High-Frequency Episodic Migraine is Similar to Chronic Migraine
“The emotional and functional impact in high-frequency episodic patients could be as disabling as in those with chronic migraine.” This comes from a study just published in the journal Cephalalgia this spring. Researchers looked at the somewhat arbitrary division of migraine into chronic and episodic and found high-frequency episodic migraine has more in common with chronic migraine than it does with low-frequency episodic migraine.
Low- versus high-frequency episodic migraine
The study looked at charts of 855 people with episodic migraine and 254 with chronic migraine. The group with episodic migraine were split into two categories based on headache frequency:
- Low-frequency episodic migraine was 1-9 headache days a month.
- High-frequency was 10-14 headache days a month.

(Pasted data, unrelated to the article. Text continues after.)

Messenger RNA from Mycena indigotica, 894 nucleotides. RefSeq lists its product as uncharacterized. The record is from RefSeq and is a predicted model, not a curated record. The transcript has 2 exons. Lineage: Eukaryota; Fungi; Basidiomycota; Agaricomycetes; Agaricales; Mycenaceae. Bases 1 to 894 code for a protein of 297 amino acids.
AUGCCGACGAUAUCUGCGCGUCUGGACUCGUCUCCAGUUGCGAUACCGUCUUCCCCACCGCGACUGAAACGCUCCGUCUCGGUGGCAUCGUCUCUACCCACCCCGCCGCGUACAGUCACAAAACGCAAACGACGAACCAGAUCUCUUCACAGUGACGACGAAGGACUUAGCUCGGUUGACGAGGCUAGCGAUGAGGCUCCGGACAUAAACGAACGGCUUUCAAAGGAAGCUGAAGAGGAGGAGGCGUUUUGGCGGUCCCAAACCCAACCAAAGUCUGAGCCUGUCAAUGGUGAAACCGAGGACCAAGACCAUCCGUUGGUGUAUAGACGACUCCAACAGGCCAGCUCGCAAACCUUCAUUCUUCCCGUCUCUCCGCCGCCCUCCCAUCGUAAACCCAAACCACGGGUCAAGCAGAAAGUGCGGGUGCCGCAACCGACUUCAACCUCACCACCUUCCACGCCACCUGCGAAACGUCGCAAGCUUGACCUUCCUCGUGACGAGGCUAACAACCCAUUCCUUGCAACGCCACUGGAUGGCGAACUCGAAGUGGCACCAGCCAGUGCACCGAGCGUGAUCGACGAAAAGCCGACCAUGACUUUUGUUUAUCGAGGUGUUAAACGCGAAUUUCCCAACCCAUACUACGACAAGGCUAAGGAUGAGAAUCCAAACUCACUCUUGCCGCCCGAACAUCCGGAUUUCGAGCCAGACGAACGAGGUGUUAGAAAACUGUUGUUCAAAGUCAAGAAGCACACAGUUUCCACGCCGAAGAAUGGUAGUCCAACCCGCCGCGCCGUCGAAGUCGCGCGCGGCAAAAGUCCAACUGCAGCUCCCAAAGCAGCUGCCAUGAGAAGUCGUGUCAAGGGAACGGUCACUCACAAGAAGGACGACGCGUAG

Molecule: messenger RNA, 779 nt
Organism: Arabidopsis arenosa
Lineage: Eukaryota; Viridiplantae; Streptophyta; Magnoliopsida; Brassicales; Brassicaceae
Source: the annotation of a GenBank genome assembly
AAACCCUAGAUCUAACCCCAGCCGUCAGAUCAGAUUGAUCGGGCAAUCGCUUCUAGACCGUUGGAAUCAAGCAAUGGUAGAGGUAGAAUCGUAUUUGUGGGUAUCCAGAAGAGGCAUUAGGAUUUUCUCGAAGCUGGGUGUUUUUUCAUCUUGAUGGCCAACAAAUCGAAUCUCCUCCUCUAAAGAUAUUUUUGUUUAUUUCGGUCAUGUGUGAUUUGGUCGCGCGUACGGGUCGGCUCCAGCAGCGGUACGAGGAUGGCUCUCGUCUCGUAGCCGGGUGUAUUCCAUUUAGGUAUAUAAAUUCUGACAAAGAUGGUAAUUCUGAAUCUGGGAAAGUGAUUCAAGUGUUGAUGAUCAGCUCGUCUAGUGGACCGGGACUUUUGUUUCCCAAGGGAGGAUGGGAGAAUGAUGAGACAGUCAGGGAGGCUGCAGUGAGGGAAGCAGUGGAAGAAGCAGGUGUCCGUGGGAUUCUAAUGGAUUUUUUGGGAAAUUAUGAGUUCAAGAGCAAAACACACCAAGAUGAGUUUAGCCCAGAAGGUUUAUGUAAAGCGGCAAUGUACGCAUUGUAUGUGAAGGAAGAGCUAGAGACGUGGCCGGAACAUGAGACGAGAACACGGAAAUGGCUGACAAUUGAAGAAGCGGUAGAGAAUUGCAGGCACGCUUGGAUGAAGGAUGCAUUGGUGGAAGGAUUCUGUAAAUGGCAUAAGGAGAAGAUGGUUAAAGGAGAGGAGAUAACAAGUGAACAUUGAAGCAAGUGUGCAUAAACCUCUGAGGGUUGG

(Patients usually talk about migraine days, but researchers use headache days. It is partly because it includes all headaches a person has in a month, whether or not the headache is obviously part of a migraine attack.)What were the research results?Researchers found:Migraine attack characteristics in high-frequency episodic migraine have more in common with chronic migraine than low-frequency episodic migraine.Levels of physical and emotional disability are similar in people with high-frequency episodic migraine and chronic migraine.Treatments that are currently reserved for chronic migraine, like Botox, should be available to people with high-frequency episodic migraine.This particular study classified migraine frequency in three categories: low- and high-frequency episodic migraine and chronic migraine.
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